Student nurse Charlotte Gott in the Royal College of Nursing (RCN) said: ‘I was assessed as an independent. As a person who was working a minimum wage £7-an-hour job I was entitled to the full bursary. Everyone gets £1,000 which is non-means tested. This is meant to help towards rent, books, food and living expenses. There is a further £4,000 maintenance bursary available which is means-tested.
‘I receive the biggest amount of bursary possible £5,000. However my student accommodation is £5,300 a year, so even the full maintenance allowance does not cover our costs. It is ridiculous to abolish the bursary. We don’t want it abolished. We want it raised to a higher level!’
• Cinema workers at the Rio in Dalston, Hackney, east London, were on strike on Wednesday to ‘save the soul of the local community cinema’.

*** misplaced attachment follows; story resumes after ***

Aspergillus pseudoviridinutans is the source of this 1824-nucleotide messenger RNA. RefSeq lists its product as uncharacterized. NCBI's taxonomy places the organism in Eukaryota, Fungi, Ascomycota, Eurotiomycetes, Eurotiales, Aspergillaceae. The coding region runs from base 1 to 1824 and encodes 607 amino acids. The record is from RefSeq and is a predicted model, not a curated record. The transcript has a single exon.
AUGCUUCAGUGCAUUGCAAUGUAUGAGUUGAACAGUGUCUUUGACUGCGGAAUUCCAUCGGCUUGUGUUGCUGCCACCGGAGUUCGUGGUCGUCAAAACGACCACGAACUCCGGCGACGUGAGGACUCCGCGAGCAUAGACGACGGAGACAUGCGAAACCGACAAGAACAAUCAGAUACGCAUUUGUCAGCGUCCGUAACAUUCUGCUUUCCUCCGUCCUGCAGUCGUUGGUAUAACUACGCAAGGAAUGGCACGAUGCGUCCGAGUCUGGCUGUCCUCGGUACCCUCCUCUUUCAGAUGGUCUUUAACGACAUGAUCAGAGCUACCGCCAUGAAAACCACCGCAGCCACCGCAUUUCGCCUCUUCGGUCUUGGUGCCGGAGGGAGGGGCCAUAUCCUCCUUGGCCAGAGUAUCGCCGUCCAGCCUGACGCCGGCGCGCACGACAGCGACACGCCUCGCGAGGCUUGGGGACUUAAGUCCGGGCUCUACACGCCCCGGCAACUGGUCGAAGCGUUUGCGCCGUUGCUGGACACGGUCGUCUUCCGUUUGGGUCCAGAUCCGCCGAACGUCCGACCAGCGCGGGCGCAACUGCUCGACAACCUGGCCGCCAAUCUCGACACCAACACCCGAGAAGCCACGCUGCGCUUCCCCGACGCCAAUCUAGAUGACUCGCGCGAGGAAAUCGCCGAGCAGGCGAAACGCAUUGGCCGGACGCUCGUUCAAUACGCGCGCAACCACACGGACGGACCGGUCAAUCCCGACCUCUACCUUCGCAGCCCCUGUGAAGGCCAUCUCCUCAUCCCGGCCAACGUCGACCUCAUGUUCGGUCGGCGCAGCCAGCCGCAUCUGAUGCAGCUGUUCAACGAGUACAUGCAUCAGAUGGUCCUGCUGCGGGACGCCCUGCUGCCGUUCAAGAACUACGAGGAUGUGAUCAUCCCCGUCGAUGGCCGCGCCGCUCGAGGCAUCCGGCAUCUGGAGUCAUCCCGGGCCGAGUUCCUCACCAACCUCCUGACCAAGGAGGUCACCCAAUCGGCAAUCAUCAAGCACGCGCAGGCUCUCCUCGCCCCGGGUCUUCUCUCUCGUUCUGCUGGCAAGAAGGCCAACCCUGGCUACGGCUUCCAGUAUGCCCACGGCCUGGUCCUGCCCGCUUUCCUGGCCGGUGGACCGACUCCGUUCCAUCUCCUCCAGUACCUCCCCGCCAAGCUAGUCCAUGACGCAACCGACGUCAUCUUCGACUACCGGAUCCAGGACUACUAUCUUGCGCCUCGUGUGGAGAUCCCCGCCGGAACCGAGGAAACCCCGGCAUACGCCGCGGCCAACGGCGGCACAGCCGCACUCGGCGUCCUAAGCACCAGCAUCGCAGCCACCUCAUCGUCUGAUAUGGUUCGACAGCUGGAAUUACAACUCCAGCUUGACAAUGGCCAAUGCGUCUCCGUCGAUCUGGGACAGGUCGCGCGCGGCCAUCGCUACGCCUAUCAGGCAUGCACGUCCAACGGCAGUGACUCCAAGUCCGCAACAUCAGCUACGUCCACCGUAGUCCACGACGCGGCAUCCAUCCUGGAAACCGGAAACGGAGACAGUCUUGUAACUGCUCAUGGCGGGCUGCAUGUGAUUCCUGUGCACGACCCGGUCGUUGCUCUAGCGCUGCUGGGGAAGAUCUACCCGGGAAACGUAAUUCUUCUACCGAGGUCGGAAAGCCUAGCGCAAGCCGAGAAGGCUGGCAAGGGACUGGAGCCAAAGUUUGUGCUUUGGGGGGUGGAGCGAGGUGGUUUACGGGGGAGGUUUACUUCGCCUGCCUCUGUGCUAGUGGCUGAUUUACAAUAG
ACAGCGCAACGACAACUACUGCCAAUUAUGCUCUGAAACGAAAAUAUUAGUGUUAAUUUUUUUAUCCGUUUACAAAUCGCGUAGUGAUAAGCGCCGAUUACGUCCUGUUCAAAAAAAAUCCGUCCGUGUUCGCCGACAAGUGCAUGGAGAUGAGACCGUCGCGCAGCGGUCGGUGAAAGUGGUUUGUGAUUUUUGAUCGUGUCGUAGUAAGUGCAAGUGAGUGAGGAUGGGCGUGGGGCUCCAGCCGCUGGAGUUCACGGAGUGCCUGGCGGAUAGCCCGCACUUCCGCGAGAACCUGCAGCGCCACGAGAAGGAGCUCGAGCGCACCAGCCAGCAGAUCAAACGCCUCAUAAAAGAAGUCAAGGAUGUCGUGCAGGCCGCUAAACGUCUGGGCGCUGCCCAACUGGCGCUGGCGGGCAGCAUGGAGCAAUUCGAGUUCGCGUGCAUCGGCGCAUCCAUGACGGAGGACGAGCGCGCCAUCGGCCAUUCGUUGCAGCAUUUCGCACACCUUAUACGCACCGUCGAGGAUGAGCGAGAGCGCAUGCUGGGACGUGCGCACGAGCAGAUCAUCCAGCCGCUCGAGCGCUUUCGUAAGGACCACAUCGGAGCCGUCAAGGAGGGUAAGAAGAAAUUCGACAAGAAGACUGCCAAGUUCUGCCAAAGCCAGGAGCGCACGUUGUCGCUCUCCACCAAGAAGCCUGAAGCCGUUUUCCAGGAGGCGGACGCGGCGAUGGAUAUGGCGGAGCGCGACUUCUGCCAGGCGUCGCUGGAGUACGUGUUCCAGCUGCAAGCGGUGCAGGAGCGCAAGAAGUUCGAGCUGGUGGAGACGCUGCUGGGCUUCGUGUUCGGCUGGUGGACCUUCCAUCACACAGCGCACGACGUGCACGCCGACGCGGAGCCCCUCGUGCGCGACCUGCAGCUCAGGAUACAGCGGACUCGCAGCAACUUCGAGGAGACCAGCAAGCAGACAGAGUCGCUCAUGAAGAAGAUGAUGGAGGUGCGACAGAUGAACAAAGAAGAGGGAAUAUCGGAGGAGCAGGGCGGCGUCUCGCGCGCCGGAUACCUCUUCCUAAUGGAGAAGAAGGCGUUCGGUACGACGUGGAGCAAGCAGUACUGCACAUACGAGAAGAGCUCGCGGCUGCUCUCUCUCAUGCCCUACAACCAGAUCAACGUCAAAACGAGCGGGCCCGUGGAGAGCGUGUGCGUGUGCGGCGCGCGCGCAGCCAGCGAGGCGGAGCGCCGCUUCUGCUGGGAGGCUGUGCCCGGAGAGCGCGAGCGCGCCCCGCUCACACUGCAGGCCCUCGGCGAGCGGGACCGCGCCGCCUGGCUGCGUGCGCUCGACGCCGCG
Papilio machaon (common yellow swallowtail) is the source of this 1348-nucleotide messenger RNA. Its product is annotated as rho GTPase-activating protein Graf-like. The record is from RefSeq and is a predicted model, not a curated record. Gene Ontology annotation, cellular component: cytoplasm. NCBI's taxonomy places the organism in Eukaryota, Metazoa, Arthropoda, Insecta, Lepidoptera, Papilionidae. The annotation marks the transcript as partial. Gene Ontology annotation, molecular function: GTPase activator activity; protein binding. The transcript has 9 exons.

The management board of the cinema has launched a re-structuring programme which includes compulsory redundancies. During the strike, outside the cinema there was a carnival atmosphere as Turkish musicians played while Marawa’s Majorettes performed the most amazing hoola hoop dance.
Sofie Mason, Bectu national officer, told News Line: ‘I represent the Bectu members at the Rio cinema. The staff became unionised a year ago after seven years of the board’s mismanagement. We began the campaign for the Living Wage in October. The board pleaded poverty, but it was a poverty of their own making.
‘They have failed to fund a raise and have instead relied on poverty wages for the staff and staff sacrifices, such as borrowing back 10% of staff wages for six months in 2013 which staff have only just got back recently. These are corporate lawyers and business brains on the board. Their answer now is a re-structure which cuts hours, cuts wages, cuts staff and cuts community projects, which is why this has turned into a campaign to save the soul of the Rio as a community cinema.’